Bob Gore nature preserve cleared of Hurricane Irma debris in hopes of drawing donors
Volunteers help clean up the Naithloriendun Wildlife Sanctuary on Sunday, Feb. 11, 2018.
Devin Azeltine, 30, prunes trees that have overgrown one of the trails in the Naithloriendun Wildlife Sanctuary in Golden Gate Estates on Sunday, Feb. 11, 2018. The sanctuary that was created by the late Bob Gore covers almost 200 acres.(Photo: Olivia Vanni/Naples Daily News)Buy Photo
Nature trails and boardwalks snaking through a 200-acre preserve in rural Collier County were left in tatters by the high winds of Hurricane Irma, but a nonprofit group is working to clear a path toward purchasing the property.
Bob Gore spent years piecing together the Golden Gate Estates property he named the Naithloriendun Wildlife Sanctuary. His death just over a year ago left the property to his brother, Paul Gore, although Bob Gore’s wish was for his land to become a more formalized sanctuary.
Now Cypress Cove Conservancy is trying to make that wish a reality. The group has one year to raise the $203,000 needed to buy the unique stilt house Gore designed and the 10 acres it stands on.
“We’re going to get there,” said Bobbie Lee Davenport, Cypress Cove Conservancy president. “There’s a lot of interest.”
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The nonprofit finished a lease agreement and now has free rein over the sanctuary, and there is work to be done.
“That trail leads to a lake about a mile down,” said Adam Moore, with Lawn Care of Naples.
A tangle of branches, vines and downed trees stretched in front of him. Any semblance of a trail was missing.
“I used to be able to just mow this,” Moore said. “Irma did a number on this place.”
He finished gassing up the chainsaw and went back to clearing the path in search of the lake.
Melissa Smith, 20, scrubs the screens of a gazebo built in the Naithloriendun Wildlife Sanctuary in Golden Gate Estates on Sunday, Feb. 11, 2018. The gazebo is one of a small handful of buildings being fixed up on the almost 200 acres of the sanctuary. (Photo: Olivia Vanni/Naples Daily News)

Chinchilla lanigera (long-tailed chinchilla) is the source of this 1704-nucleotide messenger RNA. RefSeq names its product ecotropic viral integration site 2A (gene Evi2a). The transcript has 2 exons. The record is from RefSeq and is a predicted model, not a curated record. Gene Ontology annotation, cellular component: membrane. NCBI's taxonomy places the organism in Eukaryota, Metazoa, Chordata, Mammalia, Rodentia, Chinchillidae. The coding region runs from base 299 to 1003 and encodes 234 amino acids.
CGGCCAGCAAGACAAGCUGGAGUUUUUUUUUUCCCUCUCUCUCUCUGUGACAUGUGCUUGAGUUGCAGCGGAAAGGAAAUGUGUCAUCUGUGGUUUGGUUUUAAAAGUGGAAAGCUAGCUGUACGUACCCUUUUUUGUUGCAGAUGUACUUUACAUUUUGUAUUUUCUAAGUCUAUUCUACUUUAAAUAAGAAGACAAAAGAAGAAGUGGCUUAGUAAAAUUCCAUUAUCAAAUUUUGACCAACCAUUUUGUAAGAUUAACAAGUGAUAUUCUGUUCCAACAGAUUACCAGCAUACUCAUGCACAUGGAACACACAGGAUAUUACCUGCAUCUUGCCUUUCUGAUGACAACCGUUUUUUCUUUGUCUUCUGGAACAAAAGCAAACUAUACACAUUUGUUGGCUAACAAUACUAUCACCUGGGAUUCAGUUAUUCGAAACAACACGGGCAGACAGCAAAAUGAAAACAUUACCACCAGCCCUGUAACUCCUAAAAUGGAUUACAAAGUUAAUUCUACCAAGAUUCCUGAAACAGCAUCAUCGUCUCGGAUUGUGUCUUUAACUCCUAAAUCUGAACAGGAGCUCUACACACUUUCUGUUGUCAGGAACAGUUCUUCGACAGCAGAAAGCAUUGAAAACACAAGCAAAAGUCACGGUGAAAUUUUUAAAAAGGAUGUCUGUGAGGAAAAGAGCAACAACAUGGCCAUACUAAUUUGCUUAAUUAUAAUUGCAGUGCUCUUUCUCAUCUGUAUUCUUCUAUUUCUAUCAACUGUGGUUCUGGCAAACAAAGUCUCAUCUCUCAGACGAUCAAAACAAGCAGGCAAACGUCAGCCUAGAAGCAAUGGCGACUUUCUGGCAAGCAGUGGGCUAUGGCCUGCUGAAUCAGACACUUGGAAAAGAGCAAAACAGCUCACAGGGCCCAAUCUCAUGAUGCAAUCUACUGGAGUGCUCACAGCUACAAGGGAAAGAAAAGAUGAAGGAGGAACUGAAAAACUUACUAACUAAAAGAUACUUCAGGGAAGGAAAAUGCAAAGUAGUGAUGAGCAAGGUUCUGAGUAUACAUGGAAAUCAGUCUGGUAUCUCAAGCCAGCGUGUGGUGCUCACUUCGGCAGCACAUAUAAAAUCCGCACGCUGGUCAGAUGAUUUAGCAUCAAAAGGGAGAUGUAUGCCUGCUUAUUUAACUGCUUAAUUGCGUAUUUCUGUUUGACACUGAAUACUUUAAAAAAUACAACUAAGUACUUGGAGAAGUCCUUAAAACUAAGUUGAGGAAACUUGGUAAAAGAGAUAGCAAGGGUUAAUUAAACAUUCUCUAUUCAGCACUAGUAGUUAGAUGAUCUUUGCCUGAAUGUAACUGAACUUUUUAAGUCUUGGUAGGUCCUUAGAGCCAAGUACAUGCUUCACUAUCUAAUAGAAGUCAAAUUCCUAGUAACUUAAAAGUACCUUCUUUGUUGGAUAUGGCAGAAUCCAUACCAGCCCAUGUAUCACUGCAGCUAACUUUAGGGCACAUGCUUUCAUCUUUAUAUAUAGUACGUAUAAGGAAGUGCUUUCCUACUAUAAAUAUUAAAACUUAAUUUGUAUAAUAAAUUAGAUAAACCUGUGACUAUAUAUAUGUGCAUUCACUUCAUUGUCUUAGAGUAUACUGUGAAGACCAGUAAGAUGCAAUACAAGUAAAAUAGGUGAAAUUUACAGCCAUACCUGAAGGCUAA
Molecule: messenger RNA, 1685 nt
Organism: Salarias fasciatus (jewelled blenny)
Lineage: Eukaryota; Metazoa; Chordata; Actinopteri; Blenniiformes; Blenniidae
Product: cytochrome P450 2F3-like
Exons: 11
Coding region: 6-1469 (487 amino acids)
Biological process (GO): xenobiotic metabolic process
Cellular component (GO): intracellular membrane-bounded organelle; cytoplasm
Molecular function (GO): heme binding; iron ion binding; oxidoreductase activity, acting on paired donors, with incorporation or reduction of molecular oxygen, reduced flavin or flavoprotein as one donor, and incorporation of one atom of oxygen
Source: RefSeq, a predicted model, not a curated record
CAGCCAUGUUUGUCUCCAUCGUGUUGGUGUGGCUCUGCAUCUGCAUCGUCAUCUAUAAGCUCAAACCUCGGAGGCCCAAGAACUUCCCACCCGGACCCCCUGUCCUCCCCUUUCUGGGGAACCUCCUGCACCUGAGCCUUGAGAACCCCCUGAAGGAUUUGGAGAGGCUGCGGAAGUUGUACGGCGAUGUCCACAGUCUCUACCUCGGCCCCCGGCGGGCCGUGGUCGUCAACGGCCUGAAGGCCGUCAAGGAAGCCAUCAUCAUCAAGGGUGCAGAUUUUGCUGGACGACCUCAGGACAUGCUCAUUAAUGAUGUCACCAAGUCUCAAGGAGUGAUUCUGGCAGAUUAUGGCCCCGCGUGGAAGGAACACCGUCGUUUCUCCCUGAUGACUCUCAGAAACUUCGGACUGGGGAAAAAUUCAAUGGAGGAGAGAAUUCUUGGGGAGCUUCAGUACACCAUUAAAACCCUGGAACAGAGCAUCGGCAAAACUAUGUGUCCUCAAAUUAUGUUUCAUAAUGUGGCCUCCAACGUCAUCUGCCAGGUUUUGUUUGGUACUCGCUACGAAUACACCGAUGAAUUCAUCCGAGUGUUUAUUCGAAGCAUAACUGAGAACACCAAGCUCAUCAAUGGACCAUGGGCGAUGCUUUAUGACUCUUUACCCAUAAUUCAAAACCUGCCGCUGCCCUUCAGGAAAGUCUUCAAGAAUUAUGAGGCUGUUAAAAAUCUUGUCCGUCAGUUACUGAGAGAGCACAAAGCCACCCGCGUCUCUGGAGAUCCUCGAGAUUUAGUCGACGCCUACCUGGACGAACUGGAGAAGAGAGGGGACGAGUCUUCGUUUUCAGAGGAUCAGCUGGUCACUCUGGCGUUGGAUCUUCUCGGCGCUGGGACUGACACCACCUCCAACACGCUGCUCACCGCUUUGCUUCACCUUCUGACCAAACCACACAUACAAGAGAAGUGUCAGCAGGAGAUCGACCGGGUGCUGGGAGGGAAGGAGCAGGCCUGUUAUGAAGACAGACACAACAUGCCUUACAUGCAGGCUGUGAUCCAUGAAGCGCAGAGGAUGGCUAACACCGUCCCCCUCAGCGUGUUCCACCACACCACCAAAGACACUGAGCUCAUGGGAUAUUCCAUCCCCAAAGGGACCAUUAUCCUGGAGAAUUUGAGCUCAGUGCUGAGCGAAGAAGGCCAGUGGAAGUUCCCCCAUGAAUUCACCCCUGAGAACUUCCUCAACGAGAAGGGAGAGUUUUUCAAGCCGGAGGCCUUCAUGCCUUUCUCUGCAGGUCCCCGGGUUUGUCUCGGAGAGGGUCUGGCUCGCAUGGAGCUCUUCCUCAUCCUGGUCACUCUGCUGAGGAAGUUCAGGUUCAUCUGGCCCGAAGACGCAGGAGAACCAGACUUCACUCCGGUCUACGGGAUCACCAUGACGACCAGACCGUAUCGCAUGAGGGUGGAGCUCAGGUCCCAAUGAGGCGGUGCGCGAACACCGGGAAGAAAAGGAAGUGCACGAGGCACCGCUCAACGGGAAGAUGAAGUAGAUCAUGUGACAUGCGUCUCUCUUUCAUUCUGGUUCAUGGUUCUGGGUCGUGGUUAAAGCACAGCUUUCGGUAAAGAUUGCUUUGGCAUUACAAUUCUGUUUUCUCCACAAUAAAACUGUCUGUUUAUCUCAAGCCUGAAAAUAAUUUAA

For the last five years, Moore has taken care of nature maintenance at the preserve.
“I’ve lived here for 46 years,” he said. “I know what needs to be saved and what needs to be cleared.”
However, Hurricane Irma halted all cleanup, leaving the trails in poor condition.
“The house and large trees are fine,” Davenport said. “It’s just the small trees that got the worst of it.”
Those small trees and their debris now littered the property. About 20 volunteers armed with machetes, clippers and rakes cleared the trails as best they could.
Decades-old wooden boardwalks and crossways were also torn apart by high winds or water of Hurricane Irma. A couple of 2-by-4 planks were thrown across gaps leading to a gazebo Davenport said could be used for nature classes or just relaxing.
A sign titled “Lost” hangs on tree in the Naithloriendun Wildlife Sanctuary in Golden Gate Estates on Sunday, Feb. 11, 2018. The sign reads, “Stand still. The trees ahead and bushes beside you are not lost. Wherever you are is called ‘here’. And you must treat it as a powerful stranger. Must ask permission to know it and be known.” (Photo: Olivia Vanni/Naples Daily News)
“Gore was known to have a glass of wine out here in the evening,” she said.
The volunteers are hoping the cleaning efforts will impress the first round of visitors planned for Feb. 25, Davenport said. Every Sunday after, she plans to bring possible volunteers or donors on reserved tours through the site to build up excitement. Go to www.cypresscoveconservancy.com for more information.
“We have match funding for the first $15,000 we get in fundraising,” she said. “Everything that’s donated goes right to buying the property.”
But the house lot is only 10 acres of a 200-acre sanctuary. Davenport said a public-private partnership with Collier County would be a great option.
Paul Gore has offered to sell the preserve to Conservation Collier, the county’s land preservation program. County commissioners have yet to vote on whether to buy it. The purchase price could be more than $1.5 million, based on Paul Gore’s projected price of between $1.6 million and $2.4 million.
But for Heidi Heinrich, who will now stay and maintain the house with her husband full time as a volunteer, the cost is worth it.
“It’s for the wildlife — the black bears and the panthers,” she said. “I saw a wild panther in Lehigh Acres in 2000 when it was undeveloped. That’d never happen now. That could happen out here. We either do something now or it all goes the way of the bulldozer.”
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